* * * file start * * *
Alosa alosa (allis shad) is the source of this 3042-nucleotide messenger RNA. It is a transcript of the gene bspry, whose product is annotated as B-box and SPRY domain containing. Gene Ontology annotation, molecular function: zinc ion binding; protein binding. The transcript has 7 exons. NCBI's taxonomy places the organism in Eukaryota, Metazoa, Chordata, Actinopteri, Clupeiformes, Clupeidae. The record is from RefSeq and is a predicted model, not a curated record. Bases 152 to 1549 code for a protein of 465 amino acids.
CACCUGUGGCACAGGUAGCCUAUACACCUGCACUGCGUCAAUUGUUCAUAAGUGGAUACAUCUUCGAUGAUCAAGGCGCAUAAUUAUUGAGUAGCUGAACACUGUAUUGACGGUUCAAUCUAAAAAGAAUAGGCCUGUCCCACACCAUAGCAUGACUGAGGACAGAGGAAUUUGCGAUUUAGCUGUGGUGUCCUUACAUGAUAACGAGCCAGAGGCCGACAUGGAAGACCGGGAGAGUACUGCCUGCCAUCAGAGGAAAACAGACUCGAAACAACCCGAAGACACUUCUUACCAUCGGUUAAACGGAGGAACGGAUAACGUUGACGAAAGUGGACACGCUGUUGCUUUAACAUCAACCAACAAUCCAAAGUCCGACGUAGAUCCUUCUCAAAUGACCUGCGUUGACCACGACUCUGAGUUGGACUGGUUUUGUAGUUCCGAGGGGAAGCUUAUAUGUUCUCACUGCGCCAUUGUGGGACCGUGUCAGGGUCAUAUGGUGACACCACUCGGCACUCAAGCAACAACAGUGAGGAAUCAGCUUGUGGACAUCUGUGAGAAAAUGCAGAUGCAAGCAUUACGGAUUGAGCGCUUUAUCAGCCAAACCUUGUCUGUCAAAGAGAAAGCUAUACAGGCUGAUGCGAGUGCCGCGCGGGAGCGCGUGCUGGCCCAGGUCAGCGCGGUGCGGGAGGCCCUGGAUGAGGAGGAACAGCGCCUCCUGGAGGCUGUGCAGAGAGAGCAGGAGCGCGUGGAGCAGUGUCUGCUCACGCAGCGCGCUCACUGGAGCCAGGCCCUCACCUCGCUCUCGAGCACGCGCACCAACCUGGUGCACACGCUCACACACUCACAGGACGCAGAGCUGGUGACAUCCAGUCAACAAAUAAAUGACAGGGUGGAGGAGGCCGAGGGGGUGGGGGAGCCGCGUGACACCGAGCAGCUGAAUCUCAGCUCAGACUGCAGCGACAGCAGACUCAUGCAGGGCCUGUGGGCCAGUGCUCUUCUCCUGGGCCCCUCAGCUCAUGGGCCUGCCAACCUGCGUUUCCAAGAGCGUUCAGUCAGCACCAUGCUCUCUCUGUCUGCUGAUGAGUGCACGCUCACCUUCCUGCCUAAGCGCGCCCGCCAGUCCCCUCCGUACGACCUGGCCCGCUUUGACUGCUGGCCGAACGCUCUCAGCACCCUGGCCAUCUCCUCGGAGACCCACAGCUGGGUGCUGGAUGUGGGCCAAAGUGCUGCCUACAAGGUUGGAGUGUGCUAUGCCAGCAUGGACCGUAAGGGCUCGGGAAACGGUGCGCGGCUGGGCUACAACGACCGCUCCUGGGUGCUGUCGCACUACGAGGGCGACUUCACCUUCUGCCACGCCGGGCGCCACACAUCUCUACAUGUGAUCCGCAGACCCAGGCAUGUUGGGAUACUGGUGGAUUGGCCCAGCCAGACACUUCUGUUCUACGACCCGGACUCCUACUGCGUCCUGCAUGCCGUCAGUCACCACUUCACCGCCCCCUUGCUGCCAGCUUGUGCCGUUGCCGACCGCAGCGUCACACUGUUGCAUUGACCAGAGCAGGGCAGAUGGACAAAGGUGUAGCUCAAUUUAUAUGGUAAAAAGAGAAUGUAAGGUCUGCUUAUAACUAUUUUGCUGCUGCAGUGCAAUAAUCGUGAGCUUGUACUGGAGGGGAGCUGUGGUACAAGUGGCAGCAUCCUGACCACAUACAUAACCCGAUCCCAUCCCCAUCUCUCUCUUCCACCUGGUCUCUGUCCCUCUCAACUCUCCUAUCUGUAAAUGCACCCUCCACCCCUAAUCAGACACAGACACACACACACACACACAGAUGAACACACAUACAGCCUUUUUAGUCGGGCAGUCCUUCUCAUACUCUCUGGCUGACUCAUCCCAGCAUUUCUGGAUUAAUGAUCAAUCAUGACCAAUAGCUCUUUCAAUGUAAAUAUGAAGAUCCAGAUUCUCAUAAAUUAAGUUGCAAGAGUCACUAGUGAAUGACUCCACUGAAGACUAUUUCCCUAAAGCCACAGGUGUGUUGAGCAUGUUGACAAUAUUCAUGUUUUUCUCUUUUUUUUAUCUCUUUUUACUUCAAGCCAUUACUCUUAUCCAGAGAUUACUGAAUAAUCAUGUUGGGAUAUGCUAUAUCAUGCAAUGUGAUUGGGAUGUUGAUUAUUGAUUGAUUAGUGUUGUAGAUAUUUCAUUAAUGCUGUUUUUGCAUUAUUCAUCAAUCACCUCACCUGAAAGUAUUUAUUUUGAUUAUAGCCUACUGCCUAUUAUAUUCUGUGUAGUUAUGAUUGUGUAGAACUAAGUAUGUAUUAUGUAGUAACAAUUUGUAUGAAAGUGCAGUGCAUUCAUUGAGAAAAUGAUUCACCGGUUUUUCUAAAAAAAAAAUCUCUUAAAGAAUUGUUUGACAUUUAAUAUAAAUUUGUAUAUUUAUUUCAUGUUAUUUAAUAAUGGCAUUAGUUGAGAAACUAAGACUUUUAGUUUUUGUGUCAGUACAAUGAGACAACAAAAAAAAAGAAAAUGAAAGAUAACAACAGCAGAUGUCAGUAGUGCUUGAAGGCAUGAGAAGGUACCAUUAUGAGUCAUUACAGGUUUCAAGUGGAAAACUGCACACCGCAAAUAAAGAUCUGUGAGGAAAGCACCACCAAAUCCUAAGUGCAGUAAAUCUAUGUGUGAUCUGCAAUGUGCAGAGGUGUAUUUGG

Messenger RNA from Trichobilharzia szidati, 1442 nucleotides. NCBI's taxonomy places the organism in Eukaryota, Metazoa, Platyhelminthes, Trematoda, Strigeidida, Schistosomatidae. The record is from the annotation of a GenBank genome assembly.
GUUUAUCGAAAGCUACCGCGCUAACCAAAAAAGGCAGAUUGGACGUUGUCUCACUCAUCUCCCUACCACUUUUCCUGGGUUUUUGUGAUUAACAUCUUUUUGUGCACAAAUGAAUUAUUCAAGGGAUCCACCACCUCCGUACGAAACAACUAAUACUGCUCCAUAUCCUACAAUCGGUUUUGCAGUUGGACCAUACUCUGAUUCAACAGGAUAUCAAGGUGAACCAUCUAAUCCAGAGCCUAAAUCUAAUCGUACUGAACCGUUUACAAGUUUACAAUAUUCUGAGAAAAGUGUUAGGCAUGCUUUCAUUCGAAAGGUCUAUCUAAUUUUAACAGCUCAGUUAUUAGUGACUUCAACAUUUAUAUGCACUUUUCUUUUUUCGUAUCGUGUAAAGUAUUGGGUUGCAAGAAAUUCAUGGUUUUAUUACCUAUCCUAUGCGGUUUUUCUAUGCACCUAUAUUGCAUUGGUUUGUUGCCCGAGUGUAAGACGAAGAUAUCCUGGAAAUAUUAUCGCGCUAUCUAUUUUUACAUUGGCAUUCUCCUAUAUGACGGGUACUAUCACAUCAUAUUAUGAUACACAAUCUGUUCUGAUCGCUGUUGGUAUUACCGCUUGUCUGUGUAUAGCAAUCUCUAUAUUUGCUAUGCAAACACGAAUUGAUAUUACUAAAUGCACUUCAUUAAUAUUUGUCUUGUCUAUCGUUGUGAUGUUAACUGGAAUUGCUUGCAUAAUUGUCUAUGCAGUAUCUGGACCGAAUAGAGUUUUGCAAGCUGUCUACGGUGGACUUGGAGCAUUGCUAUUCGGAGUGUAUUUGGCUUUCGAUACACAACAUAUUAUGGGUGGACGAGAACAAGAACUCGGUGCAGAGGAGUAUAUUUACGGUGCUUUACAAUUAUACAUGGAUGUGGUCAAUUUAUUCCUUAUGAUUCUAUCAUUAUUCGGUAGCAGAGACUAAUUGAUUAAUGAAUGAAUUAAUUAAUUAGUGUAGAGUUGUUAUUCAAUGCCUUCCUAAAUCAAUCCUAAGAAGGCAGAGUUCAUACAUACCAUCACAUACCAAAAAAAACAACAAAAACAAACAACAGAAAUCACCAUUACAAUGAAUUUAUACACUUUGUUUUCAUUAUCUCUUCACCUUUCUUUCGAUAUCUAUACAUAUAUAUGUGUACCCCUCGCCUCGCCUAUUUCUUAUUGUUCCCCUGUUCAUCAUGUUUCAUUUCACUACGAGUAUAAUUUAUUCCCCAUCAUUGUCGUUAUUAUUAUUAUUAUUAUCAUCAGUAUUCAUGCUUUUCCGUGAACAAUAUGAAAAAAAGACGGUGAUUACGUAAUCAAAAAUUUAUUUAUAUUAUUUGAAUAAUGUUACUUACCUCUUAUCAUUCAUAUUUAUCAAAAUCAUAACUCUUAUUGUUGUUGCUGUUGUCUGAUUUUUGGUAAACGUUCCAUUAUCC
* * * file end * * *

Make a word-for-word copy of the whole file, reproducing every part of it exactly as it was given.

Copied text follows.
Alosa alosa (allis shad) is the source of this 3042-nucleotide messenger RNA. It is a transcript of the gene bspry, whose product is annotated as B-box and SPRY domain containing. Gene Ontology annotation, molecular function: zinc ion binding; protein binding. The transcript has 7 exons. NCBI's taxonomy places the organism in Eukaryota, Metazoa, Chordata, Actinopteri, Clupeiformes, Clupeidae. The record is from RefSeq and is a predicted model, not a curated record. Bases 152 to 1549 code for a protein of 465 amino acids.
CACCUGUGGCACAGGUAGCCUAUACACCUGCACUGCGUCAAUUGUUCAUAAGUGGAUACAUCUUCGAUGAUCAAGGCGCAUAAUUAUUGAGUAGCUGAACACUGUAUUGACGGUUCAAUCUAAAAAGAAUAGGCCUGUCCCACACCAUAGCAUGACUGAGGACAGAGGAAUUUGCGAUUUAGCUGUGGUGUCCUUACAUGAUAACGAGCCAGAGGCCGACAUGGAAGACCGGGAGAGUACUGCCUGCCAUCAGAGGAAAACAGACUCGAAACAACCCGAAGACACUUCUUACCAUCGGUUAAACGGAGGAACGGAUAACGUUGACGAAAGUGGACACGCUGUUGCUUUAACAUCAACCAACAAUCCAAAGUCCGACGUAGAUCCUUCUCAAAUGACCUGCGUUGACCACGACUCUGAGUUGGACUGGUUUUGUAGUUCCGAGGGGAAGCUUAUAUGUUCUCACUGCGCCAUUGUGGGACCGUGUCAGGGUCAUAUGGUGACACCACUCGGCACUCAAGCAACAACAGUGAGGAAUCAGCUUGUGGACAUCUGUGAGAAAAUGCAGAUGCAAGCAUUACGGAUUGAGCGCUUUAUCAGCCAAACCUUGUCUGUCAAAGAGAAAGCUAUACAGGCUGAUGCGAGUGCCGCGCGGGAGCGCGUGCUGGCCCAGGUCAGCGCGGUGCGGGAGGCCCUGGAUGAGGAGGAACAGCGCCUCCUGGAGGCUGUGCAGAGAGAGCAGGAGCGCGUGGAGCAGUGUCUGCUCACGCAGCGCGCUCACUGGAGCCAGGCCCUCACCUCGCUCUCGAGCACGCGCACCAACCUGGUGCACACGCUCACACACUCACAGGACGCAGAGCUGGUGACAUCCAGUCAACAAAUAAAUGACAGGGUGGAGGAGGCCGAGGGGGUGGGGGAGCCGCGUGACACCGAGCAGCUGAAUCUCAGCUCAGACUGCAGCGACAGCAGACUCAUGCAGGGCCUGUGGGCCAGUGCUCUUCUCCUGGGCCCCUCAGCUCAUGGGCCUGCCAACCUGCGUUUCCAAGAGCGUUCAGUCAGCACCAUGCUCUCUCUGUCUGCUGAUGAGUGCACGCUCACCUUCCUGCCUAAGCGCGCCCGCCAGUCCCCUCCGUACGACCUGGCCCGCUUUGACUGCUGGCCGAACGCUCUCAGCACCCUGGCCAUCUCCUCGGAGACCCACAGCUGGGUGCUGGAUGUGGGCCAAAGUGCUGCCUACAAGGUUGGAGUGUGCUAUGCCAGCAUGGACCGUAAGGGCUCGGGAAACGGUGCGCGGCUGGGCUACAACGACCGCUCCUGGGUGCUGUCGCACUACGAGGGCGACUUCACCUUCUGCCACGCCGGGCGCCACACAUCUCUACAUGUGAUCCGCAGACCCAGGCAUGUUGGGAUACUGGUGGAUUGGCCCAGCCAGACACUUCUGUUCUACGACCCGGACUCCUACUGCGUCCUGCAUGCCGUCAGUCACCACUUCACCGCCCCCUUGCUGCCAGCUUGUGCCGUUGCCGACCGCAGCGUCACACUGUUGCAUUGACCAGAGCAGGGCAGAUGGACAAAGGUGUAGCUCAAUUUAUAUGGUAAAAAGAGAAUGUAAGGUCUGCUUAUAACUAUUUUGCUGCUGCAGUGCAAUAAUCGUGAGCUUGUACUGGAGGGGAGCUGUGGUACAAGUGGCAGCAUCCUGACCACAUACAUAACCCGAUCCCAUCCCCAUCUCUCUCUUCCACCUGGUCUCUGUCCCUCUCAACUCUCCUAUCUGUAAAUGCACCCUCCACCCCUAAUCAGACACAGACACACACACACACACACAGAUGAACACACAUACAGCCUUUUUAGUCGGGCAGUCCUUCUCAUACUCUCUGGCUGACUCAUCCCAGCAUUUCUGGAUUAAUGAUCAAUCAUGACCAAUAGCUCUUUCAAUGUAAAUAUGAAGAUCCAGAUUCUCAUAAAUUAAGUUGCAAGAGUCACUAGUGAAUGACUCCACUGAAGACUAUUUCCCUAAAGCCACAGGUGUGUUGAGCAUGUUGACAAUAUUCAUGUUUUUCUCUUUUUUUUAUCUCUUUUUACUUCAAGCCAUUACUCUUAUCCAGAGAUUACUGAAUAAUCAUGUUGGGAUAUGCUAUAUCAUGCAAUGUGAUUGGGAUGUUGAUUAUUGAUUGAUUAGUGUUGUAGAUAUUUCAUUAAUGCUGUUUUUGCAUUAUUCAUCAAUCACCUCACCUGAAAGUAUUUAUUUUGAUUAUAGCCUACUGCCUAUUAUAUUCUGUGUAGUUAUGAUUGUGUAGAACUAAGUAUGUAUUAUGUAGUAACAAUUUGUAUGAAAGUGCAGUGCAUUCAUUGAGAAAAUGAUUCACCGGUUUUUCUAAAAAAAAAAUCUCUUAAAGAAUUGUUUGACAUUUAAUAUAAAUUUGUAUAUUUAUUUCAUGUUAUUUAAUAAUGGCAUUAGUUGAGAAACUAAGACUUUUAGUUUUUGUGUCAGUACAAUGAGACAACAAAAAAAAAGAAAAUGAAAGAUAACAACAGCAGAUGUCAGUAGUGCUUGAAGGCAUGAGAAGGUACCAUUAUGAGUCAUUACAGGUUUCAAGUGGAAAACUGCACACCGCAAAUAAAGAUCUGUGAGGAAAGCACCACCAAAUCCUAAGUGCAGUAAAUCUAUGUGUGAUCUGCAAUGUGCAGAGGUGUAUUUGG

Messenger RNA from Trichobilharzia szidati, 1442 nucleotides. NCBI's taxonomy places the organism in Eukaryota, Metazoa, Platyhelminthes, Trematoda, Strigeidida, Schistosomatidae. The record is from the annotation of a GenBank genome assembly.
GUUUAUCGAAAGCUACCGCGCUAACCAAAAAAGGCAGAUUGGACGUUGUCUCACUCAUCUCCCUACCACUUUUCCUGGGUUUUUGUGAUUAACAUCUUUUUGUGCACAAAUGAAUUAUUCAAGGGAUCCACCACCUCCGUACGAAACAACUAAUACUGCUCCAUAUCCUACAAUCGGUUUUGCAGUUGGACCAUACUCUGAUUCAACAGGAUAUCAAGGUGAACCAUCUAAUCCAGAGCCUAAAUCUAAUCGUACUGAACCGUUUACAAGUUUACAAUAUUCUGAGAAAAGUGUUAGGCAUGCUUUCAUUCGAAAGGUCUAUCUAAUUUUAACAGCUCAGUUAUUAGUGACUUCAACAUUUAUAUGCACUUUUCUUUUUUCGUAUCGUGUAAAGUAUUGGGUUGCAAGAAAUUCAUGGUUUUAUUACCUAUCCUAUGCGGUUUUUCUAUGCACCUAUAUUGCAUUGGUUUGUUGCCCGAGUGUAAGACGAAGAUAUCCUGGAAAUAUUAUCGCGCUAUCUAUUUUUACAUUGGCAUUCUCCUAUAUGACGGGUACUAUCACAUCAUAUUAUGAUACACAAUCUGUUCUGAUCGCUGUUGGUAUUACCGCUUGUCUGUGUAUAGCAAUCUCUAUAUUUGCUAUGCAAACACGAAUUGAUAUUACUAAAUGCACUUCAUUAAUAUUUGUCUUGUCUAUCGUUGUGAUGUUAACUGGAAUUGCUUGCAUAAUUGUCUAUGCAGUAUCUGGACCGAAUAGAGUUUUGCAAGCUGUCUACGGUGGACUUGGAGCAUUGCUAUUCGGAGUGUAUUUGGCUUUCGAUACACAACAUAUUAUGGGUGGACGAGAACAAGAACUCGGUGCAGAGGAGUAUAUUUACGGUGCUUUACAAUUAUACAUGGAUGUGGUCAAUUUAUUCCUUAUGAUUCUAUCAUUAUUCGGUAGCAGAGACUAAUUGAUUAAUGAAUGAAUUAAUUAAUUAGUGUAGAGUUGUUAUUCAAUGCCUUCCUAAAUCAAUCCUAAGAAGGCAGAGUUCAUACAUACCAUCACAUACCAAAAAAAACAACAAAAACAAACAACAGAAAUCACCAUUACAAUGAAUUUAUACACUUUGUUUUCAUUAUCUCUUCACCUUUCUUUCGAUAUCUAUACAUAUAUAUGUGUACCCCUCGCCUCGCCUAUUUCUUAUUGUUCCCCUGUUCAUCAUGUUUCAUUUCACUACGAGUAUAAUUUAUUCCCCAUCAUUGUCGUUAUUAUUAUUAUUAUUAUCAUCAGUAUUCAUGCUUUUCCGUGAACAAUAUGAAAAAAAGACGGUGAUUACGUAAUCAAAAAUUUAUUUAUAUUAUUUGAAUAAUGUUACUUACCUCUUAUCAUUCAUAUUUAUCAAAAUCAUAACUCUUAUUGUUGUUGCUGUUGUCUGAUUUUUGGUAAACGUUCCAUUAUCC